Because debates could get heated and sometimes even end in blows, this was probably the reason why during the early part of his career the Buddha avoided such assemblies. He observed: “Some debates are conducted in a spirit of hostility and some in a spirit of truth. Either way, the sage does not get involved.” As a consequence, at the beginning of his career, the Buddha was accused of being unable to defend his philosophy in the face of scrutiny. One critic said of him: “Who does the monk Gotama speak to? From whom does he get his lucidity of wisdom? His wisdom is destroyed by living in solitude, he is unused to discussions, he is no good at speaking, he is completely out of touch. Like an antelope that circles around and keeps to the edges, so does the monk Gotama.”
For a long time the Buddha was content to let his Dhamma speak for itself but as people began to seek deeper explanations of it and it started to be criticised and even misrepresented, he was compelled to participate in public debates and discussions.
He soon earned a reputation for being able to explain his philosophy with great clarity and to effectively defend it against criticism. He also began to subject the doctrines of others to hard questioning. So successful was he at winning over his critics and even having them become his disciples that some suspected he was using occult means to do it.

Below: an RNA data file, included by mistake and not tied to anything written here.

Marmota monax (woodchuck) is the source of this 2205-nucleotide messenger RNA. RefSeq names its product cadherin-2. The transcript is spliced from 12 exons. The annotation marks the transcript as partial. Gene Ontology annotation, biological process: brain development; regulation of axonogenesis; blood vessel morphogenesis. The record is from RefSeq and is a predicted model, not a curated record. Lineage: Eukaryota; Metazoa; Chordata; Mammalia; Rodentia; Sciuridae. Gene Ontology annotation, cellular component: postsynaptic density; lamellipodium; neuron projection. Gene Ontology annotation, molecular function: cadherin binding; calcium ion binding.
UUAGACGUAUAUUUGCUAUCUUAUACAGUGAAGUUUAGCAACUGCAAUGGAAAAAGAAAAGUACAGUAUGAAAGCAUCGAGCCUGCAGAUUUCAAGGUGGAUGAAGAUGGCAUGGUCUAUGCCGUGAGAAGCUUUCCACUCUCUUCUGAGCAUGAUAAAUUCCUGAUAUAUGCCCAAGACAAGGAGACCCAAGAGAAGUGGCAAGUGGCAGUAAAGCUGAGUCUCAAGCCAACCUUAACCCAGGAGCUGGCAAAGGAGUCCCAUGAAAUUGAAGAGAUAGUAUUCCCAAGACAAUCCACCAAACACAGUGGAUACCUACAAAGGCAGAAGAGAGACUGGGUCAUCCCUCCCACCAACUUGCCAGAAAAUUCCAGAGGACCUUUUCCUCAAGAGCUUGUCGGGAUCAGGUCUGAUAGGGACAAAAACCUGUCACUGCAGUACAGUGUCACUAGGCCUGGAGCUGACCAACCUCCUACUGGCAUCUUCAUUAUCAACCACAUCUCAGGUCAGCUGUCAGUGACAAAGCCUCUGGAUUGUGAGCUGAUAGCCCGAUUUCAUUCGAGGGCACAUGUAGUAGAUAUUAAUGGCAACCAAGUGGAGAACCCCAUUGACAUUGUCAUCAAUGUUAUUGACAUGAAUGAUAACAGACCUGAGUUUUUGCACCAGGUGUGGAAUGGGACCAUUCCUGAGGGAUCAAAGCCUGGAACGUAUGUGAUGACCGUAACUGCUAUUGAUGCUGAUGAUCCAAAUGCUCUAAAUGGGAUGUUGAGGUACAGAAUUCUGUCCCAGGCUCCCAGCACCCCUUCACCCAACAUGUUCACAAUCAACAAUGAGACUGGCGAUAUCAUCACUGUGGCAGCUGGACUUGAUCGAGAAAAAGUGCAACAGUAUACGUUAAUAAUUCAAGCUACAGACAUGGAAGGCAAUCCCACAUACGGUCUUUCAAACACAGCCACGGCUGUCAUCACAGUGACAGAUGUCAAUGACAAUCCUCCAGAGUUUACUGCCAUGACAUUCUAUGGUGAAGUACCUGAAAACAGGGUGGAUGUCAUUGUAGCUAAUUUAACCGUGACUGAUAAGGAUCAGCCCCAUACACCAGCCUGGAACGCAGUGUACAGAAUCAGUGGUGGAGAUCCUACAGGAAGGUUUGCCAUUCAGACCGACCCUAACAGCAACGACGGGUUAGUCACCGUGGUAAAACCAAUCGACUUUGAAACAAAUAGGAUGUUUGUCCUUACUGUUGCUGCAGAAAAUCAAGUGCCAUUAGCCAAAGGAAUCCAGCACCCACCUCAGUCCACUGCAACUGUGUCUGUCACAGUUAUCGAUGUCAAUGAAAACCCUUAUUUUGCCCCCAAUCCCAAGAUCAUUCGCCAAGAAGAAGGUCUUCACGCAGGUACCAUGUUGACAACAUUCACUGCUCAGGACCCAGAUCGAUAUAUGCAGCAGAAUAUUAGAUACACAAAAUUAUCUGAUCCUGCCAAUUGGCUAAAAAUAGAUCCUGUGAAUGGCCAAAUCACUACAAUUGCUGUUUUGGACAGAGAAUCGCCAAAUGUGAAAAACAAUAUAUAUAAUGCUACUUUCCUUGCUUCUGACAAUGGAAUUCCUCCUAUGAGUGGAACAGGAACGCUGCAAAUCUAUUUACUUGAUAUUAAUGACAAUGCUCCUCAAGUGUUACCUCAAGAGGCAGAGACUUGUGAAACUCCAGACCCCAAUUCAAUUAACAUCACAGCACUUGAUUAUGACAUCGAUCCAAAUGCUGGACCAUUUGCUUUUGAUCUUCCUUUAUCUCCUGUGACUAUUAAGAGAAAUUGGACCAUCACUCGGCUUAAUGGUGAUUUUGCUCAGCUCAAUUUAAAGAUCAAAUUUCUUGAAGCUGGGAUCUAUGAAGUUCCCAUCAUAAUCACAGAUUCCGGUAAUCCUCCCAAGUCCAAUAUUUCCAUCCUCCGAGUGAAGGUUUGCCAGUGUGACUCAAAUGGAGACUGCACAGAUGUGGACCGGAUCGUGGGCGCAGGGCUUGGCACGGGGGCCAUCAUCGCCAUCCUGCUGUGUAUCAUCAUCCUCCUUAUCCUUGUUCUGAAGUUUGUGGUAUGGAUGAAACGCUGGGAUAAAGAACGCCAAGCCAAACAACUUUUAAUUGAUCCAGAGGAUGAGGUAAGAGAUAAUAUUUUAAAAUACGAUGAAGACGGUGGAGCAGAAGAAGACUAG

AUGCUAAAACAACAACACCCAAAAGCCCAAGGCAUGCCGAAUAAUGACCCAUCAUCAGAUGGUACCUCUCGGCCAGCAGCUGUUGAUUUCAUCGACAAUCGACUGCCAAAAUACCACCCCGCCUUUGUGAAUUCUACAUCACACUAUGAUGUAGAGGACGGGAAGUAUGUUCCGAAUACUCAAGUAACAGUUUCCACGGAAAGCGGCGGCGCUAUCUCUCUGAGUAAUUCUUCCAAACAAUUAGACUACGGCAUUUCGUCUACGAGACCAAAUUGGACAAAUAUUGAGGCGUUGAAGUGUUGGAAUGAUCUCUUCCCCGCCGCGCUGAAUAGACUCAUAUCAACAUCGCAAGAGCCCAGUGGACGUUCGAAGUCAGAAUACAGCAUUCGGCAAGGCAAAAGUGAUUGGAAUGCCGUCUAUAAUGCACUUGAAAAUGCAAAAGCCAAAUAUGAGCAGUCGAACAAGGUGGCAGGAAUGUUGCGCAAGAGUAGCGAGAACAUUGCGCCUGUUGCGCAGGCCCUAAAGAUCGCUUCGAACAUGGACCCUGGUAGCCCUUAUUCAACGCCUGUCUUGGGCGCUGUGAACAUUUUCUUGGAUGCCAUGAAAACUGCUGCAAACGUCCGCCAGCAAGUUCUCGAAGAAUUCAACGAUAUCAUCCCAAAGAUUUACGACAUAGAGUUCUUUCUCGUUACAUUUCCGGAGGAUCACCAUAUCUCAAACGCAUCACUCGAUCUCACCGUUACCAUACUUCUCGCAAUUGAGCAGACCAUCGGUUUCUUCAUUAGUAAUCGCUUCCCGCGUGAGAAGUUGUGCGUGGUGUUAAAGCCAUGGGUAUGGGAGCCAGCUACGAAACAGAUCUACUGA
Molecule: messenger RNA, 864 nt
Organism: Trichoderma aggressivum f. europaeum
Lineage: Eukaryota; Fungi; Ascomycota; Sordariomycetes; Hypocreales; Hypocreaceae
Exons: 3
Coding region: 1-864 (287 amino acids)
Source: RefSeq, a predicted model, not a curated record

The Buddha’s aim in debating or engaging in one-on-one conversations was never to defeat an opponent, silence a critic or even to win disciples, but to lead people from ignorance to clarity and understanding. He emphasised this point often as these two quotes from the Angutara Nikaya demonstrate: “Truly, the good discuss for the purpose of knowledge and certainty” and again: “The spiritual life is not lived for the purpose…of winning debates.…Rather, it is lived for the purpose of restraint, giving up, dispassion and cessation.”
In one of the most heartfelt appeals he ever made he said: “I tell you this. Let an intelligent person who is sincere, honest and straightforward come to me and I will teach him Dhamma. If he practises as he is taught, within seven days and by his own knowledge and vision, he will attain that holy life and goal. Now you may think that I say this just to get disciples or to make you abandon your rules.
But this is not so. Keep your teacher and continue to follow your rules. You may think that I say this so you will give up your way of life, follow things you consider bad or reject things you consider good. But this is not so. Live as you see fit and continue to reject things you consider bad and follow things you consider good. But there are states that are unskilful, defiled, leading to rebirth, fearful, causing distress and associated with birth, decay and death, and it is only for the overcoming of these things that I teach the Dhamma.”